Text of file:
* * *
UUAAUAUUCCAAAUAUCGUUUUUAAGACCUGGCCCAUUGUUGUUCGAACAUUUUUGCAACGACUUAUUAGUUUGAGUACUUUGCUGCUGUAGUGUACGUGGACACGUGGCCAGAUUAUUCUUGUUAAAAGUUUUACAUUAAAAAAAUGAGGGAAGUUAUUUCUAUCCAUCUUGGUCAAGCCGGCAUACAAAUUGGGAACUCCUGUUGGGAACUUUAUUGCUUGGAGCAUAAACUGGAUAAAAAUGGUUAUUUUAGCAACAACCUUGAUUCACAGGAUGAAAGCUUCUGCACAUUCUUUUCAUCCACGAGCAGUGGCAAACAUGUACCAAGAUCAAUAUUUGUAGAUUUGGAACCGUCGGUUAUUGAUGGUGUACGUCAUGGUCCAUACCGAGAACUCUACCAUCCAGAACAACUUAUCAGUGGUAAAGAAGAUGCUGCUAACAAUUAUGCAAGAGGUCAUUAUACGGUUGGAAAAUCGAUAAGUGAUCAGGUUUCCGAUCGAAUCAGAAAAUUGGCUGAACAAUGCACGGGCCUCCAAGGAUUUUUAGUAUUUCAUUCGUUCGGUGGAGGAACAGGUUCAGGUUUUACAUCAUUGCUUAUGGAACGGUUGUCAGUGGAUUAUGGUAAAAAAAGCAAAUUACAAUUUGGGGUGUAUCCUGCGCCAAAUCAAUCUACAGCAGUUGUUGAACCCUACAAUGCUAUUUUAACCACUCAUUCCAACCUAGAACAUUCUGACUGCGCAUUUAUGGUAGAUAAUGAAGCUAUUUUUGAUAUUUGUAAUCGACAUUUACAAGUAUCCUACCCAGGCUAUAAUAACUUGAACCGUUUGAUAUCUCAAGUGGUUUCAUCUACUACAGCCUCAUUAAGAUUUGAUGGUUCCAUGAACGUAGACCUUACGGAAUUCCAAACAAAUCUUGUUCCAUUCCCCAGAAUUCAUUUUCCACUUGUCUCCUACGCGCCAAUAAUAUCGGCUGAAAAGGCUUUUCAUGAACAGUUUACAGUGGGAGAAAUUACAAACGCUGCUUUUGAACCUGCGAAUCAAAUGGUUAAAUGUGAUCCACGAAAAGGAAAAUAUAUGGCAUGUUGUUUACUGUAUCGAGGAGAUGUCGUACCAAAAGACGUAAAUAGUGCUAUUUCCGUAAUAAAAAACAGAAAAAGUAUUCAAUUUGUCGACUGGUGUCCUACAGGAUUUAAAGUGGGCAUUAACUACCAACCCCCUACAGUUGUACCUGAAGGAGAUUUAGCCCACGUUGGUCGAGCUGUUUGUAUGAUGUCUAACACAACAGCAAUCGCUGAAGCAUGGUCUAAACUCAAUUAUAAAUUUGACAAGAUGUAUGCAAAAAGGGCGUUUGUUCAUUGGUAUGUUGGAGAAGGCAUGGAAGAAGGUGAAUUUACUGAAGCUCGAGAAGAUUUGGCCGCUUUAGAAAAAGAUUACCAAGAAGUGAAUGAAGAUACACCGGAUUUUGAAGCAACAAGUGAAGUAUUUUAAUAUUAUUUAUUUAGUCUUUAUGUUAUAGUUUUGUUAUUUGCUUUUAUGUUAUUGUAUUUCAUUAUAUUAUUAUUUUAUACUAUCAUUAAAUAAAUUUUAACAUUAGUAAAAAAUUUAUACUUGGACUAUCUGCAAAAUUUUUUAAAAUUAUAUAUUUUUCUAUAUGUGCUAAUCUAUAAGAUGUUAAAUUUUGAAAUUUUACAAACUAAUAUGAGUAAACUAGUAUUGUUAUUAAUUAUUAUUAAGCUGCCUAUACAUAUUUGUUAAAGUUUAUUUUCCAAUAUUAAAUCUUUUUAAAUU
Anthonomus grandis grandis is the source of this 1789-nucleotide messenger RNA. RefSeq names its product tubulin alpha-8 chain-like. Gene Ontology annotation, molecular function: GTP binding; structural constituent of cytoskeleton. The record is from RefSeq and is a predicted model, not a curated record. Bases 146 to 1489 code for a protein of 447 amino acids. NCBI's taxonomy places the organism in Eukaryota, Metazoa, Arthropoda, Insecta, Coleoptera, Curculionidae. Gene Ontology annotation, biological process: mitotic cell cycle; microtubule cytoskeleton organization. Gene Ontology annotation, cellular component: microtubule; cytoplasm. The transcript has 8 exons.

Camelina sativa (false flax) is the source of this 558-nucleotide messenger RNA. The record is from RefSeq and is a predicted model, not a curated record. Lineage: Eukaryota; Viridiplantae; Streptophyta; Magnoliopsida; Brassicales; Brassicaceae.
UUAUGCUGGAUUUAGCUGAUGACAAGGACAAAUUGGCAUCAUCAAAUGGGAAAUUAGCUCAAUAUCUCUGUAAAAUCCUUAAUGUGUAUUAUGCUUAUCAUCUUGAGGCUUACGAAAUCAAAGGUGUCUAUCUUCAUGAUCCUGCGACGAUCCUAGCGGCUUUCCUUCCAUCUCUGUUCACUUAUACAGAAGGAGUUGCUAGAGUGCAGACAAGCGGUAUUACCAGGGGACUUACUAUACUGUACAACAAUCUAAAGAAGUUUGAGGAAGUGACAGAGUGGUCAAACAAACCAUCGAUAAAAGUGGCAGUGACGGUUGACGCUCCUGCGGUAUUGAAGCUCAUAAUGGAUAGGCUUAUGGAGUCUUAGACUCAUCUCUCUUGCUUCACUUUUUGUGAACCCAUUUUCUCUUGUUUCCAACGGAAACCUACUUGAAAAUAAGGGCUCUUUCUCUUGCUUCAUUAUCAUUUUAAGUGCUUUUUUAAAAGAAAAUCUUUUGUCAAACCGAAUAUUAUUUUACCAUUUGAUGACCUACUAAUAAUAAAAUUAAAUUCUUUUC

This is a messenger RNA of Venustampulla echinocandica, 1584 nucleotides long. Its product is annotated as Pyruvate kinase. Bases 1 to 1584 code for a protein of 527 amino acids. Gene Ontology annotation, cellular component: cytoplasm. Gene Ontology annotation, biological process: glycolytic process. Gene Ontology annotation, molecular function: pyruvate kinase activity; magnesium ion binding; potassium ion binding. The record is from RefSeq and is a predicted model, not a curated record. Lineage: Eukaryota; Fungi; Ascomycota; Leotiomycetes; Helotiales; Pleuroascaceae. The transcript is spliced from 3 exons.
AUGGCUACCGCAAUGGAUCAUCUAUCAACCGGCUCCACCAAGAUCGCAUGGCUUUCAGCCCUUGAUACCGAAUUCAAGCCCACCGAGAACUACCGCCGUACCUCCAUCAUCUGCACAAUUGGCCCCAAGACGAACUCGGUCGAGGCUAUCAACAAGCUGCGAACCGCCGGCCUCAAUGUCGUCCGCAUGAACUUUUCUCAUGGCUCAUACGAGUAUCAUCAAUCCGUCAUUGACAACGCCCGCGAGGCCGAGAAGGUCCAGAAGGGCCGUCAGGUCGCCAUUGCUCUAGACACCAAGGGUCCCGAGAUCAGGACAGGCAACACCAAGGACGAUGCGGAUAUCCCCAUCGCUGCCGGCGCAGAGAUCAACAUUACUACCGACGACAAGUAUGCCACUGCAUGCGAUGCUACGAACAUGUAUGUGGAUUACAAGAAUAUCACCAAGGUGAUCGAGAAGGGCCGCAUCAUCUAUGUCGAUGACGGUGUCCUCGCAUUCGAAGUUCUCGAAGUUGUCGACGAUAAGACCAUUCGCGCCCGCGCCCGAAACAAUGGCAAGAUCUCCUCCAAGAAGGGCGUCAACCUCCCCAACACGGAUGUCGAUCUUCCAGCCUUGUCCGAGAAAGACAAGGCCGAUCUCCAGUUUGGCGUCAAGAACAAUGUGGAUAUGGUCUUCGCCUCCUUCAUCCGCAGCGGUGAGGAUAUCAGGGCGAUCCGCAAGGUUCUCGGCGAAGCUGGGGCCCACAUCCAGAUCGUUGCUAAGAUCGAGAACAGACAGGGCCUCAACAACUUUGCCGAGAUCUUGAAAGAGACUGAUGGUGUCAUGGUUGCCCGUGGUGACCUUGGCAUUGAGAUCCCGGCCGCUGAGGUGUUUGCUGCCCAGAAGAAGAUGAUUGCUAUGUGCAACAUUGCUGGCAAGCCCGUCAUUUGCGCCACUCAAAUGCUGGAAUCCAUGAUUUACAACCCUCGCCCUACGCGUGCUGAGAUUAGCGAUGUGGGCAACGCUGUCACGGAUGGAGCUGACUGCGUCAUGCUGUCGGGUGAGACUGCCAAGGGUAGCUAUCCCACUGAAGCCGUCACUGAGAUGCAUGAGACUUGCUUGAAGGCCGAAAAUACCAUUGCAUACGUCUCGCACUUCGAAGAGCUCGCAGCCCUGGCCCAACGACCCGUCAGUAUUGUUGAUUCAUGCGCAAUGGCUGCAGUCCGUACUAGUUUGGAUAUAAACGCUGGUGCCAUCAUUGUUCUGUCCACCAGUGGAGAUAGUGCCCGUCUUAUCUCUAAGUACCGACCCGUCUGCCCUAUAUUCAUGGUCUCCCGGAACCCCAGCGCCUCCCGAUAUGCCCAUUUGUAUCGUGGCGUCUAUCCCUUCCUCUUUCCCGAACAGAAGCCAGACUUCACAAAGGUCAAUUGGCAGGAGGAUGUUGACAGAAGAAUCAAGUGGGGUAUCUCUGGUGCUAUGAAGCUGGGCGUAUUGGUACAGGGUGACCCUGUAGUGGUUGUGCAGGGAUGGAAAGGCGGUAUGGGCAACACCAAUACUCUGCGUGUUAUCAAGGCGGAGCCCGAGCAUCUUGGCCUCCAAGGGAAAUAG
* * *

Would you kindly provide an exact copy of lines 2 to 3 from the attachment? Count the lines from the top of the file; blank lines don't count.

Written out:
Anthonomus grandis grandis is the source of this 1789-nucleotide messenger RNA. RefSeq names its product tubulin alpha-8 chain-like. Gene Ontology annotation, molecular function: GTP binding; structural constituent of cytoskeleton. The record is from RefSeq and is a predicted model, not a curated record. Bases 146 to 1489 code for a protein of 447 amino acids. NCBI's taxonomy places the organism in Eukaryota, Metazoa, Arthropoda, Insecta, Coleoptera, Curculionidae. Gene Ontology annotation, biological process: mitotic cell cycle; microtubule cytoskeleton organization. Gene Ontology annotation, cellular component: microtubule; cytoplasm. The transcript has 8 exons.

Camelina sativa (false flax) is the source of this 558-nucleotide messenger RNA. The record is from RefSeq and is a predicted model, not a curated record. Lineage: Eukaryota; Viridiplantae; Streptophyta; Magnoliopsida; Brassicales; Brassicaceae.